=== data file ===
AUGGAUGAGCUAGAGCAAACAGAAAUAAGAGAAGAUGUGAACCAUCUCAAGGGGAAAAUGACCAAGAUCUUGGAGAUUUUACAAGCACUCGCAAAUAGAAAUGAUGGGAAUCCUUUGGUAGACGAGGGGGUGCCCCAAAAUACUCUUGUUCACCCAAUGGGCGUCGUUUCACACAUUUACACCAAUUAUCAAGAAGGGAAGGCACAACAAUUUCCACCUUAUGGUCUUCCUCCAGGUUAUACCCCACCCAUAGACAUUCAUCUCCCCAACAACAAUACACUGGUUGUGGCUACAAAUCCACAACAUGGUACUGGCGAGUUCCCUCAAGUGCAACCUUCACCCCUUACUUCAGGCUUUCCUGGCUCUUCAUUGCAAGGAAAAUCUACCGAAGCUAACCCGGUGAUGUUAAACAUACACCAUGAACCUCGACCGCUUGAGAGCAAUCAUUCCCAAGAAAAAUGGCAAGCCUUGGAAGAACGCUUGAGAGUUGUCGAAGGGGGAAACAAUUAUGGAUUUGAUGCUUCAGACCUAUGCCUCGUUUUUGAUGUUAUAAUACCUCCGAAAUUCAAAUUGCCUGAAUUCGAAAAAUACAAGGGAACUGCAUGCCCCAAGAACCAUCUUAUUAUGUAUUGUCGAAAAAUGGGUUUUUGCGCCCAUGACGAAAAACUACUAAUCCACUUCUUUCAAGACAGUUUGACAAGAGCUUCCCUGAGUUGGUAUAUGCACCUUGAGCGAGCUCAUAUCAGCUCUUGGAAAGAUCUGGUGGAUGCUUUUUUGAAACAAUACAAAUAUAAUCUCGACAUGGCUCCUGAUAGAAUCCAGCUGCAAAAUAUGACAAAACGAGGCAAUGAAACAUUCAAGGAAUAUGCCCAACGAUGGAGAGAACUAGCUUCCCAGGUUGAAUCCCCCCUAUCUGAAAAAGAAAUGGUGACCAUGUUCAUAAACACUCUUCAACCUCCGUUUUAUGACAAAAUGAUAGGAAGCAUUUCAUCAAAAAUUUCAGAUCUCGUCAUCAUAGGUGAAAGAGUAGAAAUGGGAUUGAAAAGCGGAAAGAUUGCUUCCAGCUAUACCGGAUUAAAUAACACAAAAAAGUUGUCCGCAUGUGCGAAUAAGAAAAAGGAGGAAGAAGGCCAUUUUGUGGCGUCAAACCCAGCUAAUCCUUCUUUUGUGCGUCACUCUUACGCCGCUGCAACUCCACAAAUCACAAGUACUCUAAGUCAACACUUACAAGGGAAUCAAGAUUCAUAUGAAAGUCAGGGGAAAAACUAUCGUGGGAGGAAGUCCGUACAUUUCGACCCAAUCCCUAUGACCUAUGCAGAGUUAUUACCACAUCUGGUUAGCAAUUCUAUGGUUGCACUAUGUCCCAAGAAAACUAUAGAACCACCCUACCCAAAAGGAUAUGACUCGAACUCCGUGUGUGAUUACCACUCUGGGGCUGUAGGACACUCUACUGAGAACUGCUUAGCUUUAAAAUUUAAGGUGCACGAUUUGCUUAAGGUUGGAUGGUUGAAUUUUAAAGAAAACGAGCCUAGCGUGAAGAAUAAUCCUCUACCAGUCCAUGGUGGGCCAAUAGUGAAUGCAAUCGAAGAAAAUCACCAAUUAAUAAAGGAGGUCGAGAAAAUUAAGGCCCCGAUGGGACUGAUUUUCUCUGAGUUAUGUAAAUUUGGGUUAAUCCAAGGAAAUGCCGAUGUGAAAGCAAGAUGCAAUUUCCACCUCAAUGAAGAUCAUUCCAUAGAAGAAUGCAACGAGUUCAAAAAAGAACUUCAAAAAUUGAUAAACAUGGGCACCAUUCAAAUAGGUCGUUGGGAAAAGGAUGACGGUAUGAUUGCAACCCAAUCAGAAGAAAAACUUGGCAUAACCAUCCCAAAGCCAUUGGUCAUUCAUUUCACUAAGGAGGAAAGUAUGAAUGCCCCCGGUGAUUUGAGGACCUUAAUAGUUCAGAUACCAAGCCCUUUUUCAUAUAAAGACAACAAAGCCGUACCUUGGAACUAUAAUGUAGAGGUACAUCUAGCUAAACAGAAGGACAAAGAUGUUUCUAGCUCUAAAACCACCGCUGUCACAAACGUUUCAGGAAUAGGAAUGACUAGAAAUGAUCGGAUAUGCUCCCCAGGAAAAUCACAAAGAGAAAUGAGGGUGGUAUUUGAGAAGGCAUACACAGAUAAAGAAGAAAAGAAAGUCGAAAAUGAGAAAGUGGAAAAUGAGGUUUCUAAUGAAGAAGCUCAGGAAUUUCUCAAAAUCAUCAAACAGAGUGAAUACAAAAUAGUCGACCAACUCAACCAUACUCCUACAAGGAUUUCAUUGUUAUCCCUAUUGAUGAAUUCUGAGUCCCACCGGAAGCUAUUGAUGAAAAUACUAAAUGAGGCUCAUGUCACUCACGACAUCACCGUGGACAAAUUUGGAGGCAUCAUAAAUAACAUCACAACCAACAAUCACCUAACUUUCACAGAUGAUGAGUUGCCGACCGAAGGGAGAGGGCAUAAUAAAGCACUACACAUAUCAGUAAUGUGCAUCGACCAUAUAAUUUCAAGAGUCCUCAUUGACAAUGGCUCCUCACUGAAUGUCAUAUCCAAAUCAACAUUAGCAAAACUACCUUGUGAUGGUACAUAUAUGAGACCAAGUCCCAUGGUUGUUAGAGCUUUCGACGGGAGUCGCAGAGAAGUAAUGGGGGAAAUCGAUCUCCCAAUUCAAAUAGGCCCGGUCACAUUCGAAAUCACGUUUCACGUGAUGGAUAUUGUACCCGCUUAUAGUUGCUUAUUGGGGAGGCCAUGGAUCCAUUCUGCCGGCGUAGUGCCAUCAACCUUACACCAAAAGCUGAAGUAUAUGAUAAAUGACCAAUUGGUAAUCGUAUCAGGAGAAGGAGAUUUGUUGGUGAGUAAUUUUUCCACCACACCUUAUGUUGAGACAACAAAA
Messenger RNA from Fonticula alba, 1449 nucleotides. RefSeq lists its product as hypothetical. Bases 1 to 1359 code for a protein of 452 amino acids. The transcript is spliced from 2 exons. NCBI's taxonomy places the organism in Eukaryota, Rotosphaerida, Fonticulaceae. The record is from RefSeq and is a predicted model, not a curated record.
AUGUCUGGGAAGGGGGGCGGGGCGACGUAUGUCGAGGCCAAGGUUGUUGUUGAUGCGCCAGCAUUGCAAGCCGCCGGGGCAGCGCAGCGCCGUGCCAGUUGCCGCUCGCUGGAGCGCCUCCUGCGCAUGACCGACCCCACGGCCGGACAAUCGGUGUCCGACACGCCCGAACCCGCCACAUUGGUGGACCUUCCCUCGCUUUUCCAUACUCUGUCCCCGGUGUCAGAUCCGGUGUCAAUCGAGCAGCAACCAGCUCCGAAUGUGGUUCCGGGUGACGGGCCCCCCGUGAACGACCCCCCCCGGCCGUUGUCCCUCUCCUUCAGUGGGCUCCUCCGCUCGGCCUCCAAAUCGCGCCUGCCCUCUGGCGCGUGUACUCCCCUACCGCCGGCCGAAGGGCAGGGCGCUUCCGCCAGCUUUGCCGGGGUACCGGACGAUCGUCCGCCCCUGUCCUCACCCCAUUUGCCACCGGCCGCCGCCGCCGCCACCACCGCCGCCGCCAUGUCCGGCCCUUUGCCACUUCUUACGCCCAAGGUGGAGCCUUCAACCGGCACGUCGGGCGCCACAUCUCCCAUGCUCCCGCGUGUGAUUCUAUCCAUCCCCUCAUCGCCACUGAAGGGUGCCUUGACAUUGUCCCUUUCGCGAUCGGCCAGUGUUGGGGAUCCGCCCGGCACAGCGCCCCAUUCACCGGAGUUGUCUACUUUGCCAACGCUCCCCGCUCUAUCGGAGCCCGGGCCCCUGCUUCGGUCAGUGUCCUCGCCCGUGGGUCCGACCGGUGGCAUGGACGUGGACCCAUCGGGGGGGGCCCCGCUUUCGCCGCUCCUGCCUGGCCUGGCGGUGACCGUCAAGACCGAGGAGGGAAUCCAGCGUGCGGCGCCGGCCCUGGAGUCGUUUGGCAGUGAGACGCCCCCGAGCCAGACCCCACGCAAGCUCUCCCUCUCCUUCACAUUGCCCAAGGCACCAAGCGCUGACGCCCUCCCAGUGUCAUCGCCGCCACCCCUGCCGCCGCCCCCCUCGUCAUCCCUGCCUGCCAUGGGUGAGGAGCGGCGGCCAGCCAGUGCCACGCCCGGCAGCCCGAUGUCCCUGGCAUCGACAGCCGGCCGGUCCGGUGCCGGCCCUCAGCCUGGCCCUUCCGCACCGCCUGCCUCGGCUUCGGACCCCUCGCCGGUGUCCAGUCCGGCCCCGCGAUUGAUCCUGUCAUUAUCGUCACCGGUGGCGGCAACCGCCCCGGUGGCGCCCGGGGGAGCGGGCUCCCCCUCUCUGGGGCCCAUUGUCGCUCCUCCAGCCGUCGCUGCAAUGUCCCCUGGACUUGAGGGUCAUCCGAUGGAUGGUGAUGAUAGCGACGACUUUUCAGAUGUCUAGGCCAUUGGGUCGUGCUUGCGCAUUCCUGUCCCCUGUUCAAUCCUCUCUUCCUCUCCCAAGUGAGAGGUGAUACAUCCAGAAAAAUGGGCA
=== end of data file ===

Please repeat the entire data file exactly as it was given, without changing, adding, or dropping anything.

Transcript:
AUGGAUGAGCUAGAGCAAACAGAAAUAAGAGAAGAUGUGAACCAUCUCAAGGGGAAAAUGACCAAGAUCUUGGAGAUUUUACAAGCACUCGCAAAUAGAAAUGAUGGGAAUCCUUUGGUAGACGAGGGGGUGCCCCAAAAUACUCUUGUUCACCCAAUGGGCGUCGUUUCACACAUUUACACCAAUUAUCAAGAAGGGAAGGCACAACAAUUUCCACCUUAUGGUCUUCCUCCAGGUUAUACCCCACCCAUAGACAUUCAUCUCCCCAACAACAAUACACUGGUUGUGGCUACAAAUCCACAACAUGGUACUGGCGAGUUCCCUCAAGUGCAACCUUCACCCCUUACUUCAGGCUUUCCUGGCUCUUCAUUGCAAGGAAAAUCUACCGAAGCUAACCCGGUGAUGUUAAACAUACACCAUGAACCUCGACCGCUUGAGAGCAAUCAUUCCCAAGAAAAAUGGCAAGCCUUGGAAGAACGCUUGAGAGUUGUCGAAGGGGGAAACAAUUAUGGAUUUGAUGCUUCAGACCUAUGCCUCGUUUUUGAUGUUAUAAUACCUCCGAAAUUCAAAUUGCCUGAAUUCGAAAAAUACAAGGGAACUGCAUGCCCCAAGAACCAUCUUAUUAUGUAUUGUCGAAAAAUGGGUUUUUGCGCCCAUGACGAAAAACUACUAAUCCACUUCUUUCAAGACAGUUUGACAAGAGCUUCCCUGAGUUGGUAUAUGCACCUUGAGCGAGCUCAUAUCAGCUCUUGGAAAGAUCUGGUGGAUGCUUUUUUGAAACAAUACAAAUAUAAUCUCGACAUGGCUCCUGAUAGAAUCCAGCUGCAAAAUAUGACAAAACGAGGCAAUGAAACAUUCAAGGAAUAUGCCCAACGAUGGAGAGAACUAGCUUCCCAGGUUGAAUCCCCCCUAUCUGAAAAAGAAAUGGUGACCAUGUUCAUAAACACUCUUCAACCUCCGUUUUAUGACAAAAUGAUAGGAAGCAUUUCAUCAAAAAUUUCAGAUCUCGUCAUCAUAGGUGAAAGAGUAGAAAUGGGAUUGAAAAGCGGAAAGAUUGCUUCCAGCUAUACCGGAUUAAAUAACACAAAAAAGUUGUCCGCAUGUGCGAAUAAGAAAAAGGAGGAAGAAGGCCAUUUUGUGGCGUCAAACCCAGCUAAUCCUUCUUUUGUGCGUCACUCUUACGCCGCUGCAACUCCACAAAUCACAAGUACUCUAAGUCAACACUUACAAGGGAAUCAAGAUUCAUAUGAAAGUCAGGGGAAAAACUAUCGUGGGAGGAAGUCCGUACAUUUCGACCCAAUCCCUAUGACCUAUGCAGAGUUAUUACCACAUCUGGUUAGCAAUUCUAUGGUUGCACUAUGUCCCAAGAAAACUAUAGAACCACCCUACCCAAAAGGAUAUGACUCGAACUCCGUGUGUGAUUACCACUCUGGGGCUGUAGGACACUCUACUGAGAACUGCUUAGCUUUAAAAUUUAAGGUGCACGAUUUGCUUAAGGUUGGAUGGUUGAAUUUUAAAGAAAACGAGCCUAGCGUGAAGAAUAAUCCUCUACCAGUCCAUGGUGGGCCAAUAGUGAAUGCAAUCGAAGAAAAUCACCAAUUAAUAAAGGAGGUCGAGAAAAUUAAGGCCCCGAUGGGACUGAUUUUCUCUGAGUUAUGUAAAUUUGGGUUAAUCCAAGGAAAUGCCGAUGUGAAAGCAAGAUGCAAUUUCCACCUCAAUGAAGAUCAUUCCAUAGAAGAAUGCAACGAGUUCAAAAAAGAACUUCAAAAAUUGAUAAACAUGGGCACCAUUCAAAUAGGUCGUUGGGAAAAGGAUGACGGUAUGAUUGCAACCCAAUCAGAAGAAAAACUUGGCAUAACCAUCCCAAAGCCAUUGGUCAUUCAUUUCACUAAGGAGGAAAGUAUGAAUGCCCCCGGUGAUUUGAGGACCUUAAUAGUUCAGAUACCAAGCCCUUUUUCAUAUAAAGACAACAAAGCCGUACCUUGGAACUAUAAUGUAGAGGUACAUCUAGCUAAACAGAAGGACAAAGAUGUUUCUAGCUCUAAAACCACCGCUGUCACAAACGUUUCAGGAAUAGGAAUGACUAGAAAUGAUCGGAUAUGCUCCCCAGGAAAAUCACAAAGAGAAAUGAGGGUGGUAUUUGAGAAGGCAUACACAGAUAAAGAAGAAAAGAAAGUCGAAAAUGAGAAAGUGGAAAAUGAGGUUUCUAAUGAAGAAGCUCAGGAAUUUCUCAAAAUCAUCAAACAGAGUGAAUACAAAAUAGUCGACCAACUCAACCAUACUCCUACAAGGAUUUCAUUGUUAUCCCUAUUGAUGAAUUCUGAGUCCCACCGGAAGCUAUUGAUGAAAAUACUAAAUGAGGCUCAUGUCACUCACGACAUCACCGUGGACAAAUUUGGAGGCAUCAUAAAUAACAUCACAACCAACAAUCACCUAACUUUCACAGAUGAUGAGUUGCCGACCGAAGGGAGAGGGCAUAAUAAAGCACUACACAUAUCAGUAAUGUGCAUCGACCAUAUAAUUUCAAGAGUCCUCAUUGACAAUGGCUCCUCACUGAAUGUCAUAUCCAAAUCAACAUUAGCAAAACUACCUUGUGAUGGUACAUAUAUGAGACCAAGUCCCAUGGUUGUUAGAGCUUUCGACGGGAGUCGCAGAGAAGUAAUGGGGGAAAUCGAUCUCCCAAUUCAAAUAGGCCCGGUCACAUUCGAAAUCACGUUUCACGUGAUGGAUAUUGUACCCGCUUAUAGUUGCUUAUUGGGGAGGCCAUGGAUCCAUUCUGCCGGCGUAGUGCCAUCAACCUUACACCAAAAGCUGAAGUAUAUGAUAAAUGACCAAUUGGUAAUCGUAUCAGGAGAAGGAGAUUUGUUGGUGAGUAAUUUUUCCACCACACCUUAUGUUGAGACAACAAAA
Messenger RNA from Fonticula alba, 1449 nucleotides. RefSeq lists its product as hypothetical. Bases 1 to 1359 code for a protein of 452 amino acids. The transcript is spliced from 2 exons. NCBI's taxonomy places the organism in Eukaryota, Rotosphaerida, Fonticulaceae. The record is from RefSeq and is a predicted model, not a curated record.
AUGUCUGGGAAGGGGGGCGGGGCGACGUAUGUCGAGGCCAAGGUUGUUGUUGAUGCGCCAGCAUUGCAAGCCGCCGGGGCAGCGCAGCGCCGUGCCAGUUGCCGCUCGCUGGAGCGCCUCCUGCGCAUGACCGACCCCACGGCCGGACAAUCGGUGUCCGACACGCCCGAACCCGCCACAUUGGUGGACCUUCCCUCGCUUUUCCAUACUCUGUCCCCGGUGUCAGAUCCGGUGUCAAUCGAGCAGCAACCAGCUCCGAAUGUGGUUCCGGGUGACGGGCCCCCCGUGAACGACCCCCCCCGGCCGUUGUCCCUCUCCUUCAGUGGGCUCCUCCGCUCGGCCUCCAAAUCGCGCCUGCCCUCUGGCGCGUGUACUCCCCUACCGCCGGCCGAAGGGCAGGGCGCUUCCGCCAGCUUUGCCGGGGUACCGGACGAUCGUCCGCCCCUGUCCUCACCCCAUUUGCCACCGGCCGCCGCCGCCGCCACCACCGCCGCCGCCAUGUCCGGCCCUUUGCCACUUCUUACGCCCAAGGUGGAGCCUUCAACCGGCACGUCGGGCGCCACAUCUCCCAUGCUCCCGCGUGUGAUUCUAUCCAUCCCCUCAUCGCCACUGAAGGGUGCCUUGACAUUGUCCCUUUCGCGAUCGGCCAGUGUUGGGGAUCCGCCCGGCACAGCGCCCCAUUCACCGGAGUUGUCUACUUUGCCAACGCUCCCCGCUCUAUCGGAGCCCGGGCCCCUGCUUCGGUCAGUGUCCUCGCCCGUGGGUCCGACCGGUGGCAUGGACGUGGACCCAUCGGGGGGGGCCCCGCUUUCGCCGCUCCUGCCUGGCCUGGCGGUGACCGUCAAGACCGAGGAGGGAAUCCAGCGUGCGGCGCCGGCCCUGGAGUCGUUUGGCAGUGAGACGCCCCCGAGCCAGACCCCACGCAAGCUCUCCCUCUCCUUCACAUUGCCCAAGGCACCAAGCGCUGACGCCCUCCCAGUGUCAUCGCCGCCACCCCUGCCGCCGCCCCCCUCGUCAUCCCUGCCUGCCAUGGGUGAGGAGCGGCGGCCAGCCAGUGCCACGCCCGGCAGCCCGAUGUCCCUGGCAUCGACAGCCGGCCGGUCCGGUGCCGGCCCUCAGCCUGGCCCUUCCGCACCGCCUGCCUCGGCUUCGGACCCCUCGCCGGUGUCCAGUCCGGCCCCGCGAUUGAUCCUGUCAUUAUCGUCACCGGUGGCGGCAACCGCCCCGGUGGCGCCCGGGGGAGCGGGCUCCCCCUCUCUGGGGCCCAUUGUCGCUCCUCCAGCCGUCGCUGCAAUGUCCCCUGGACUUGAGGGUCAUCCGAUGGAUGGUGAUGAUAGCGACGACUUUUCAGAUGUCUAGGCCAUUGGGUCGUGCUUGCGCAUUCCUGUCCCCUGUUCAAUCCUCUCUUCCUCUCCCAAGUGAGAGGUGAUACAUCCAGAAAAAUGGGCA